The second day of his inquest:
A SCAFFOLDER who plunged more than 60ft to his death had not gone about his job in his usual “textbook” manner, an inquest heard.
Russell Samuel, 40, suffered a fractured skull while working on the construction of Swansea’s Meridian Quay complex.
The second day of his inquest, at Swansea Guildhall, heard that he had not been clipped onto a safety rail prior to him falling down a shaft designed for a stairwell.
And officials from The Health And Safety Executive said that pieces of a “brittle” concrete board — called Cempanel — found close to his body would be unsuitable to carry a person’s weight.
The last person to see Mr Samuel alive, a labourer called Terri Llewelyn, said she saw the dad-of-two work on a section on the fourth floor where the opening for a ladder had “been covered by some sort of board”.
Work colleague Alan Jarnell, also a senior scaffolder, said he did not believe Mr Samuel had covered up the 450mm gap with Cempanel.
He said: “I know Russell always carried a hammer with him, so it would have been no hardship for him to nail a (stronger) scaffolding board down.”
But Mr Jarnell, of Ely, Cardiff, expressed his surprise when shown photographs of the section of scaffolding Mr Samuel had been working on.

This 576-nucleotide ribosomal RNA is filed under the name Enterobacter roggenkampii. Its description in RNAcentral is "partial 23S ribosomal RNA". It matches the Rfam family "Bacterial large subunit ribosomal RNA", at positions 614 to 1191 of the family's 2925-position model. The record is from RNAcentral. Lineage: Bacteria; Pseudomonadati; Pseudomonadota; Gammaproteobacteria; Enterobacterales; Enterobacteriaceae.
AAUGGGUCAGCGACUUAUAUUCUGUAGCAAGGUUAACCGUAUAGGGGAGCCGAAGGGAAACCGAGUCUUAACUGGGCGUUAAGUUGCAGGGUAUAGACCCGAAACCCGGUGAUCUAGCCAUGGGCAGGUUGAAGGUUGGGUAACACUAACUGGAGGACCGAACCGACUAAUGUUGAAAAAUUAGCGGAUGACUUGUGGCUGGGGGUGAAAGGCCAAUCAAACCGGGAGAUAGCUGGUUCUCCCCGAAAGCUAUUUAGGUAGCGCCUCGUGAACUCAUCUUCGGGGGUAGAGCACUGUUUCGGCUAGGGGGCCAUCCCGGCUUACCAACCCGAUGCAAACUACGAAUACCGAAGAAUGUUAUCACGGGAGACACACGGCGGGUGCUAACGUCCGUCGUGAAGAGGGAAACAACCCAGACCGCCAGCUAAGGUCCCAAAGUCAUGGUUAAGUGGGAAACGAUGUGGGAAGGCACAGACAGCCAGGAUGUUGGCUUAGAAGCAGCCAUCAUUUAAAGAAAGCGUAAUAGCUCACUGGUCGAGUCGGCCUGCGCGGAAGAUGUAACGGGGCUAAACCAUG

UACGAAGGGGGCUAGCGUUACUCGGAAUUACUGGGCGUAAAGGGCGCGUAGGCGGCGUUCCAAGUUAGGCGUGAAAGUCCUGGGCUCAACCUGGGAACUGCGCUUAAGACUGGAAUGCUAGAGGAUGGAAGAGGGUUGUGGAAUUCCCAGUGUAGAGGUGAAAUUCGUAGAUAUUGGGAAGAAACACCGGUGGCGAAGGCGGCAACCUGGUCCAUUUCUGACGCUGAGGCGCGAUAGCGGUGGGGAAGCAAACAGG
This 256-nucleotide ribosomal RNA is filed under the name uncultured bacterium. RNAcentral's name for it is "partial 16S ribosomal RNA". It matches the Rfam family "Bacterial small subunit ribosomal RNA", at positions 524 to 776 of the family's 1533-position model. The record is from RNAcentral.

“His work was usually textbook,” he added. “Does the section of scaffolding appear to be out of character for him? Yes.”
The inquest heard that self-employed Mr Samuel had been working for sub-contractors Febrey at Ferrara Block B — adjacent to the 350ft Marina Tower — on January 22, 2008.
He had been tasked with taking down scaffolding, ready for the installation of the roof and Eastern staircase.
The jury heard that Mr Jarnell had worked from the “top down” from level 9 to 6 in taking down the scaffolding — with each platform being an “independent structure”.
However, it was heard that Mr Samuel worked from the “bottom up” from levels 2 to 5 — due to access problems.
A video was shown to the jury of a range of tests carried out by HSE officials on a 10mm thick piece of Cempanel.
Investigators worked on the theory the board had been used to cover up the hole used for ladders.
Andrew Rattray, a special inspector at the HSE, said: “It is designed as a vertical panel. As a covering for a hole, in my view, it is not suitable because of its brittle nature.”
Mr Samuel’s life support machine was turned off on January 24, 2008, at Morriston Hospital — two days after the fall.
His inquest was set to resume today.